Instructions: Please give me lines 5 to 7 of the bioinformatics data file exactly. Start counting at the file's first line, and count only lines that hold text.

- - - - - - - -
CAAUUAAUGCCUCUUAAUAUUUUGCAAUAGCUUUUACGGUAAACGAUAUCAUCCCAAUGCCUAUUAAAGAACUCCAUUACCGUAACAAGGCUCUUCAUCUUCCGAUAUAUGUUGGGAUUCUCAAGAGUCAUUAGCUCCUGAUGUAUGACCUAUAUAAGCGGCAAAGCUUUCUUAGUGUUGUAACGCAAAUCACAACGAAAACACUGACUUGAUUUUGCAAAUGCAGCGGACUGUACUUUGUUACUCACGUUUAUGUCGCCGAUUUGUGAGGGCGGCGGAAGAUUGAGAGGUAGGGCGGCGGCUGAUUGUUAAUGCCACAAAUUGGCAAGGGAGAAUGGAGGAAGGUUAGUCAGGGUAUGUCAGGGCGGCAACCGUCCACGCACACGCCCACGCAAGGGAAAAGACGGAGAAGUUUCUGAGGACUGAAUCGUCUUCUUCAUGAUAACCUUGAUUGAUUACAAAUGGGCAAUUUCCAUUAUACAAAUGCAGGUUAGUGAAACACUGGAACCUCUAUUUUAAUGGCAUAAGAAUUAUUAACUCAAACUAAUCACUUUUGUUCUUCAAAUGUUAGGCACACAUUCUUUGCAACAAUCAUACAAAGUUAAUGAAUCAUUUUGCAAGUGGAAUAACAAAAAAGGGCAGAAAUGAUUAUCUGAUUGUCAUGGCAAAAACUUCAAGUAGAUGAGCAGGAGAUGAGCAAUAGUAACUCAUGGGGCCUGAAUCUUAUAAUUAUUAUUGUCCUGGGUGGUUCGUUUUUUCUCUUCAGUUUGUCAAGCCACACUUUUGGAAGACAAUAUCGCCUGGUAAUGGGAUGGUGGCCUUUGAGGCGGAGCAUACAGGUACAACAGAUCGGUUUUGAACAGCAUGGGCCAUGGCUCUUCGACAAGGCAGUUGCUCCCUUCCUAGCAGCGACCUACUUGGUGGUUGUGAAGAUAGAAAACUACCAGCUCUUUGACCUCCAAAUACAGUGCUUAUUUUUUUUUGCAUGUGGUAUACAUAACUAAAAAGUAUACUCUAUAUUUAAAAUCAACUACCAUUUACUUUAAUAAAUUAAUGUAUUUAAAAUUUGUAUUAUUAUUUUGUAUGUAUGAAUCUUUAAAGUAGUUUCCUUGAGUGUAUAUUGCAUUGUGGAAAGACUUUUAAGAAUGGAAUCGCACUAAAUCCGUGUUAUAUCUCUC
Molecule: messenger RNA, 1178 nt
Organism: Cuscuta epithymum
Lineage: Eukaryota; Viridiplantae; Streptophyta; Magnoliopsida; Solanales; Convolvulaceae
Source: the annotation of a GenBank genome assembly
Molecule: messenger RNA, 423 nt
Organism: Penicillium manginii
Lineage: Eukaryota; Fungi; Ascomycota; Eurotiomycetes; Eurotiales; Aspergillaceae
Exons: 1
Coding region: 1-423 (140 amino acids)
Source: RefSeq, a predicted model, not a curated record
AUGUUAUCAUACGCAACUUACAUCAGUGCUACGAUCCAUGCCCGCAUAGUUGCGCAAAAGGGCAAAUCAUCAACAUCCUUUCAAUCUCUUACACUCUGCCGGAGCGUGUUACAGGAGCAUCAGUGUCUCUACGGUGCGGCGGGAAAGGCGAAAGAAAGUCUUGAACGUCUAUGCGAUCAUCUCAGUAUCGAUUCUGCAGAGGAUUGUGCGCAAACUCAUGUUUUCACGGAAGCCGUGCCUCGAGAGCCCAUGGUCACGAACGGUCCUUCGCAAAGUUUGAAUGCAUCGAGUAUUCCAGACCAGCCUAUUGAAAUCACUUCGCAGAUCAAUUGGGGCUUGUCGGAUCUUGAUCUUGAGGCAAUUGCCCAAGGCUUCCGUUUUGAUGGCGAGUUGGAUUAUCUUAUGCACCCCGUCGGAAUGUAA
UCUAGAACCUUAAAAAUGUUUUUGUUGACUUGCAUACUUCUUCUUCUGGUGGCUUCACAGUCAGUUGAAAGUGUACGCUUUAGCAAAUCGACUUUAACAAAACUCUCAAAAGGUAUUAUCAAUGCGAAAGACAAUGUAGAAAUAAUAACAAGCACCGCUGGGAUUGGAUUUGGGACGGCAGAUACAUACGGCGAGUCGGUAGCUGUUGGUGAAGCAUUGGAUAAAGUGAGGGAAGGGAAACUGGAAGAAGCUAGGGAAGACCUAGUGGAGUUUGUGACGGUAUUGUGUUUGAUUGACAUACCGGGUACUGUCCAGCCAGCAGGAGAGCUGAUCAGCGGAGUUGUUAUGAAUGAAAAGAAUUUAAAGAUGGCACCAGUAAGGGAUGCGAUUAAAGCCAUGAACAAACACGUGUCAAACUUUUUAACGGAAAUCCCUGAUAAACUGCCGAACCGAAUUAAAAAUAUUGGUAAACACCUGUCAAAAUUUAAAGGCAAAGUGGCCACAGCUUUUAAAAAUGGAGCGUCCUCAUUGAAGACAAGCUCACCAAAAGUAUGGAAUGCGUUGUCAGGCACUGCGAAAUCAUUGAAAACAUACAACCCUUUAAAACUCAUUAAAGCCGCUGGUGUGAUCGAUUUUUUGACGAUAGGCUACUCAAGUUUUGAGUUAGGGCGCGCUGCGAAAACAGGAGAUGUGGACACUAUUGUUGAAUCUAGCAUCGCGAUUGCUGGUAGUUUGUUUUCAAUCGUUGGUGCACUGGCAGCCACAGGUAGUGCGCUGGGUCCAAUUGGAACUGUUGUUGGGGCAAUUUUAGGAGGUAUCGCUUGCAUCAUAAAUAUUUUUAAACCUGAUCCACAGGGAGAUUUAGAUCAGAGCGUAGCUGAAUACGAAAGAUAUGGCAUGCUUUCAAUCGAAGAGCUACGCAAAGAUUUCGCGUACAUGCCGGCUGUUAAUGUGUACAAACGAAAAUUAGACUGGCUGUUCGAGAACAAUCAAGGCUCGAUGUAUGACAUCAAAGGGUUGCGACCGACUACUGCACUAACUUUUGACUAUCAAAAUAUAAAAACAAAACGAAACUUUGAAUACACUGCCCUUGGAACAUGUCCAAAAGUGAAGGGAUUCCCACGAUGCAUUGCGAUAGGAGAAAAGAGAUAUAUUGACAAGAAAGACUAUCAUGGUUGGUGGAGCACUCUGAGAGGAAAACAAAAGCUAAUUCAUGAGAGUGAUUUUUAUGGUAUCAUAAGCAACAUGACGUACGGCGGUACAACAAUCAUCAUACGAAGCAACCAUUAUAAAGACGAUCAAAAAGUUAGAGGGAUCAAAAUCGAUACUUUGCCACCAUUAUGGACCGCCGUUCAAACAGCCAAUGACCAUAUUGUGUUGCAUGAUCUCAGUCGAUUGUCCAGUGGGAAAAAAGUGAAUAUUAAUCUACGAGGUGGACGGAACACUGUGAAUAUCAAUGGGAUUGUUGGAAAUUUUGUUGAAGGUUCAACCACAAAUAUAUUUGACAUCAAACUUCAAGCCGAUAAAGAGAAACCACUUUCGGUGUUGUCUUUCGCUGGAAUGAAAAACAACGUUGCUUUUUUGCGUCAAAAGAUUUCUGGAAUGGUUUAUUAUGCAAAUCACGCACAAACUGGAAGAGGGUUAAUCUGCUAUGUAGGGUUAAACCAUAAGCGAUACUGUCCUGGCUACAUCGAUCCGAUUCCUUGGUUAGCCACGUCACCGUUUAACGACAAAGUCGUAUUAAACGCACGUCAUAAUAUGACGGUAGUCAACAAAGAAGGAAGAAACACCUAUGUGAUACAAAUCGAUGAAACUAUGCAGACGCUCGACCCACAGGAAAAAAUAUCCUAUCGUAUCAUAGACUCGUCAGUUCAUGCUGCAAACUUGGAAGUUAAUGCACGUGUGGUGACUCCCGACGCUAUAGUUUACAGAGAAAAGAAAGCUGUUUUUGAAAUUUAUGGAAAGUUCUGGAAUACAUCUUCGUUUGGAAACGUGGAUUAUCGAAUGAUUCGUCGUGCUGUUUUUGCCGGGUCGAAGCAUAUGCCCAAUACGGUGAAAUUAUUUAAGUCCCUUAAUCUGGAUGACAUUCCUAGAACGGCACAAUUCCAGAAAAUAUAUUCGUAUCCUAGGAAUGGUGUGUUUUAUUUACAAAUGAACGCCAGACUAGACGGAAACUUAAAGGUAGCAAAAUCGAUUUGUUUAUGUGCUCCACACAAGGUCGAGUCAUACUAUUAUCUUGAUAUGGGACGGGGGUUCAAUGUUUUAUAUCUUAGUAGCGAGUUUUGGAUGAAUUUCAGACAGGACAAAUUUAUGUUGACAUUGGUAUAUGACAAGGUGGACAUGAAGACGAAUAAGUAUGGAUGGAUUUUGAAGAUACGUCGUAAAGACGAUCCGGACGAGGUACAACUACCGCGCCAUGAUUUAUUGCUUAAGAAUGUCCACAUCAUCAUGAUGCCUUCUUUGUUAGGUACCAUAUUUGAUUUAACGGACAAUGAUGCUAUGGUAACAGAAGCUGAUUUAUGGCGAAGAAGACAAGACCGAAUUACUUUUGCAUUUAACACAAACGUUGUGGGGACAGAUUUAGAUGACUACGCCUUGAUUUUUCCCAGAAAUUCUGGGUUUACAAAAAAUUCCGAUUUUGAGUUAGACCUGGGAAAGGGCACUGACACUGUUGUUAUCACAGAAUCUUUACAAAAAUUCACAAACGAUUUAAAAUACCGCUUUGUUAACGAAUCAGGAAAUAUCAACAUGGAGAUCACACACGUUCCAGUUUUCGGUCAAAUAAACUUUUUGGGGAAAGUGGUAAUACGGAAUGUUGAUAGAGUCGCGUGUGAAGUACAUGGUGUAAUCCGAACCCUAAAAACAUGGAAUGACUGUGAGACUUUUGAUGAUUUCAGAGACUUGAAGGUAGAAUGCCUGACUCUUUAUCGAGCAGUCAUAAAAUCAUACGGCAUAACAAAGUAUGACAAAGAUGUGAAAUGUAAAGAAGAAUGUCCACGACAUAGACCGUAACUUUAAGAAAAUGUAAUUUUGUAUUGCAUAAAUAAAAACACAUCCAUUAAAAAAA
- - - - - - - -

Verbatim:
Source: the annotation of a GenBank genome assembly
Molecule: messenger RNA, 423 nt
Organism: Penicillium manginii